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By Will Finlayson


They say the land is so flat in Aspermont you can watch your dog run away for days. There’s nothing out here in North Texas but dirt and hot air, so you can see pretty much anything for however far you look. I always liked the idea of it, spotting your dog on the horizon and pulling out a lawn chair to watch the brown speck get swallowed up in the heat waves. You see, in Aspermont you can just pull up a chair in the middle of the street because the only thing using the roads are the dogs trying to run away. Sometimes I wonder if God even knows we’re out here sucking on his dry air and swearing at the heat and kicking up the dust of the good earth. When I was a kid, this woman who taught church class on Sundays would talk about Jesus coming down to the earth and saving all the good ones. I asked her if Jesus would come here to Aspermont. She blinked at me a couple times and said “sure sweety. Jesus is comin’ to Aspermont.” Maybe when he comes he’ll pull up a lawn chair next to me in the middle of the road as I watch my dog run away. We’d admire the gradient sunset together, and when that brown spot on the horizon stopped getting smaller, we’d stand up and stretch and fold up the lawn chairs, collect the crumpled beer cans, and start up the truck. Maybe we would pick up the dog and just keep driving on. We’d just keep driving on into that horizontal line, and I would look back with sweaty palms at the brown dot of Aspermont shrinking behind us until we came to the flatlands and there’d be nothing but Texas and blue skies on all sides. I’m sure Jesus wouldn’t mind.


I won’t graduate in the spring. I was in English class when they called me in, sat me down, told me I would fail if I didn’t get my act together. Thing is, most kids just drop out before they even get halfway through, so I was wondering why I was even getting punished at all. I mean, hell, I’m here; you know? Well I guess my school counselor knew I was thinking that, so her eyes got all soft and she told me that I wasn’t “too far gone.” She said that if things didn’t work, out I could try again next year or do summer school, maybe even go to a nice college somewhere if I put my heart into it. I told her that I wasn’t smart enough for college. Honestly, I spend most of my time trying not to think about anything too hard. But when I was sitting in front of her, I was still thinking about being “too far gone.” I liked that.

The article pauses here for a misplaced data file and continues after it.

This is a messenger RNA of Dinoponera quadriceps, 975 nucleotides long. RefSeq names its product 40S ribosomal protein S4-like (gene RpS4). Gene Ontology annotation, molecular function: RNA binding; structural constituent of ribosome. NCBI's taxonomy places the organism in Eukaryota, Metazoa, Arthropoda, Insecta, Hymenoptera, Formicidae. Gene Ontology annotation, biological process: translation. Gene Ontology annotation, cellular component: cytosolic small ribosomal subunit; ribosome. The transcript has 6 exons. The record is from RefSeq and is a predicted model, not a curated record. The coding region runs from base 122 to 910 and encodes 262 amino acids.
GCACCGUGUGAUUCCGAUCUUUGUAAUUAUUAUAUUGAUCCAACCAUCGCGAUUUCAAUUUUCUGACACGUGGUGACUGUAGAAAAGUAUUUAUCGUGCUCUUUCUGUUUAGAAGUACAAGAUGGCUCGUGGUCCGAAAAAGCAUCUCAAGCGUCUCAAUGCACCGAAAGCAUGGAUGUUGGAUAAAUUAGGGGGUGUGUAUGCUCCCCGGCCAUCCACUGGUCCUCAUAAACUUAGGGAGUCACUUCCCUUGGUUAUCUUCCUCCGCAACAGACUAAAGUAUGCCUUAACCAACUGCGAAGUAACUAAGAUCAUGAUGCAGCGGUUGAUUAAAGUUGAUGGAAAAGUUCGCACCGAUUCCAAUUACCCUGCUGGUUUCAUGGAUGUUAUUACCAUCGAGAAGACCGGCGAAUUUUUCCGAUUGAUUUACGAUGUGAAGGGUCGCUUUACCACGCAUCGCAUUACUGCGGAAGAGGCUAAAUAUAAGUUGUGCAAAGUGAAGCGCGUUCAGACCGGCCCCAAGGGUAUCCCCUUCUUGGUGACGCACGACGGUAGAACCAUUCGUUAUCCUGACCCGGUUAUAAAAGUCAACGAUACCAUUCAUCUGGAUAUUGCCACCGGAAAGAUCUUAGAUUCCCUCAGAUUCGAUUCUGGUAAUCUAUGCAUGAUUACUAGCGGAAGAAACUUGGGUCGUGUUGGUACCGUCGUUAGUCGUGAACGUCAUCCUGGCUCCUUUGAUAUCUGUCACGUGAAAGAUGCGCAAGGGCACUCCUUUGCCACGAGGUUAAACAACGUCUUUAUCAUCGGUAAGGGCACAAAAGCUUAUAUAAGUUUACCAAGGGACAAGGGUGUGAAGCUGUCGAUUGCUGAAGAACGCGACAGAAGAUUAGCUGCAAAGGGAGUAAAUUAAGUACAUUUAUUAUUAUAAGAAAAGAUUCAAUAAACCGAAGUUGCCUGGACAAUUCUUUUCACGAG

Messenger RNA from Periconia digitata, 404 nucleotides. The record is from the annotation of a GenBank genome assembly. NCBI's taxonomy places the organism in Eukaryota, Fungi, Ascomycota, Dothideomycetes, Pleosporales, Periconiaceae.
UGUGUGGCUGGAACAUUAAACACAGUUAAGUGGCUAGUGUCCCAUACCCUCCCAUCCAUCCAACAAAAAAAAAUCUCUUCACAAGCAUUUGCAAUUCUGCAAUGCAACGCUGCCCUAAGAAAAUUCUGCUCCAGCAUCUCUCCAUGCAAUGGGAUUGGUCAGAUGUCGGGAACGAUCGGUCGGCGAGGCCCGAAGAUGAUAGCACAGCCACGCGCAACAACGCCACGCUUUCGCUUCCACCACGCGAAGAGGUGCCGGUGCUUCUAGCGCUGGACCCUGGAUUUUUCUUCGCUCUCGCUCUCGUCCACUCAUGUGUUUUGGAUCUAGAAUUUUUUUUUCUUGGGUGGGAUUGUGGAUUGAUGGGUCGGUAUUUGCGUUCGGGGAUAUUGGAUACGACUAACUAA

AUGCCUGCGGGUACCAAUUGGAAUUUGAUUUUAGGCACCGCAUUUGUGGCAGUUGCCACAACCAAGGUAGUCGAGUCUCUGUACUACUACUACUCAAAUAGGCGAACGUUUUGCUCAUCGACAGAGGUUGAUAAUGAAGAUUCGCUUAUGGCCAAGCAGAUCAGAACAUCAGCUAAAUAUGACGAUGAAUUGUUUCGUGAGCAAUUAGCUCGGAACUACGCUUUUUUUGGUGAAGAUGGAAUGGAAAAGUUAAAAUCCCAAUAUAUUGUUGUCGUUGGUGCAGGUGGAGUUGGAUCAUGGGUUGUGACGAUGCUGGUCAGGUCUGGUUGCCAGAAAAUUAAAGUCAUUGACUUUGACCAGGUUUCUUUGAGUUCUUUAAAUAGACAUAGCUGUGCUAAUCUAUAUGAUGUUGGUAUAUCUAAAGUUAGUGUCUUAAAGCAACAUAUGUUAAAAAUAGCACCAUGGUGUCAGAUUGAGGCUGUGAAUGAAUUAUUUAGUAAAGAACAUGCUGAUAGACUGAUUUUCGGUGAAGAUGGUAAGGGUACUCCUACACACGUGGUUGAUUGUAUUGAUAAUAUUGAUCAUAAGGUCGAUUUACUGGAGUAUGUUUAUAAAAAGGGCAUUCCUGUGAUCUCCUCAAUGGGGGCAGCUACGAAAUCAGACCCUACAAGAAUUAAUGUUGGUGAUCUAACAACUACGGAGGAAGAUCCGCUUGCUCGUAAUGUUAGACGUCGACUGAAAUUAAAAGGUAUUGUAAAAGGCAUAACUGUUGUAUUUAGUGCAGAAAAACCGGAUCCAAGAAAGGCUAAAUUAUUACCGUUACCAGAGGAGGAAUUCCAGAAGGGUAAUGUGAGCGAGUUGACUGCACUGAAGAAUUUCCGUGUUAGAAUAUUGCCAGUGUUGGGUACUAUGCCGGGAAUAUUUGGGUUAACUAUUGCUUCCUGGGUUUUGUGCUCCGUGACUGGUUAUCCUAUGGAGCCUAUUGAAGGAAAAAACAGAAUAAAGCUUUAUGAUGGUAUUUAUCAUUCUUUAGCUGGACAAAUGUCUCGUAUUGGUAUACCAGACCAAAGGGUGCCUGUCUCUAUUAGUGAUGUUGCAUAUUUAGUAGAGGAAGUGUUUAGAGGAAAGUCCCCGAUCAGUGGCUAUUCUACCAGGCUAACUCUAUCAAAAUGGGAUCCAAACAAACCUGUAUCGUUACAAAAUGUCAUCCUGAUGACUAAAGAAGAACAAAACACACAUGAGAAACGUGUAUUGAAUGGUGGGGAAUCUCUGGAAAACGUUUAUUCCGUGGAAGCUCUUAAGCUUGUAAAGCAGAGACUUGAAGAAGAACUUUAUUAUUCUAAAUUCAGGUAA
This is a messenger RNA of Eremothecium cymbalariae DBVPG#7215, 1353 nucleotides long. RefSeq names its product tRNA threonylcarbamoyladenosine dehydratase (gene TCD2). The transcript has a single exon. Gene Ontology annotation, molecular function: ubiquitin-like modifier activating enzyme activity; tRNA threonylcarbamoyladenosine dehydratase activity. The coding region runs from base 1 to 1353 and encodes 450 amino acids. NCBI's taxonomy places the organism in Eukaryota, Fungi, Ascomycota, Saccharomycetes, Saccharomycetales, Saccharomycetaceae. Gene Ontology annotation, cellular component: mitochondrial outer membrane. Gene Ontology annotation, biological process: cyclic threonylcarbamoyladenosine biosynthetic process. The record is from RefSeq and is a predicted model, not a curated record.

I left school and went straight to this tattoo parlor my buddy Mike owns. Everyone calls him Bo. I call him Mike because that’s his real name, but he doesn’t want people to know. He took an art class in his junior year where he discovered spray paint, and he just lost it. I mean he seriously fell off the saddle. He dropped out of high school as soon as he could and started tagging the school building every night for a week, got some kind of rush from it. I told him to cut it out because I know the janitor who had to scrub the place down every time. He’s this older man named Gregory who doesn’t say much, but when I shit my pants on the first day of my freshman year and I was hiding in the bathroom, he went and found me some extra underwear and gym shorts. I thanked him sheepishly, and he just grumbled something strange and started cleaning my shit off the floor. I got out of there pretty quickly because watching someone clean up your shit is an uncomfortable experience. Me and Gregory have been friends ever since, even though we haven’t said a word to each other and I never make eye contact with him.

Well one night I went tagging with Mike, and I helped him get onto the roof of the school. He painted a giant penis on the eaves and signed it “Bo” but in these sort of bloated letters. I told him he was an idiot. You don’t leave your name when you commit a crime. “This is tagging, Travis, come on! I signed my name but in a way that makes it hard to read. You see how the letters are all bloated and crunched together? It’s like a secret symbol so taggers can identify each other.” He spent a week in the county detention center and decided he would be a tattoo artist (“I can tag people’s bodies and it’s legal!”) About a week later, some farmer caught him putting ink on his cattle and he was back in for another month, but by then everyone knew who he was since he had walking advertisements all over the town.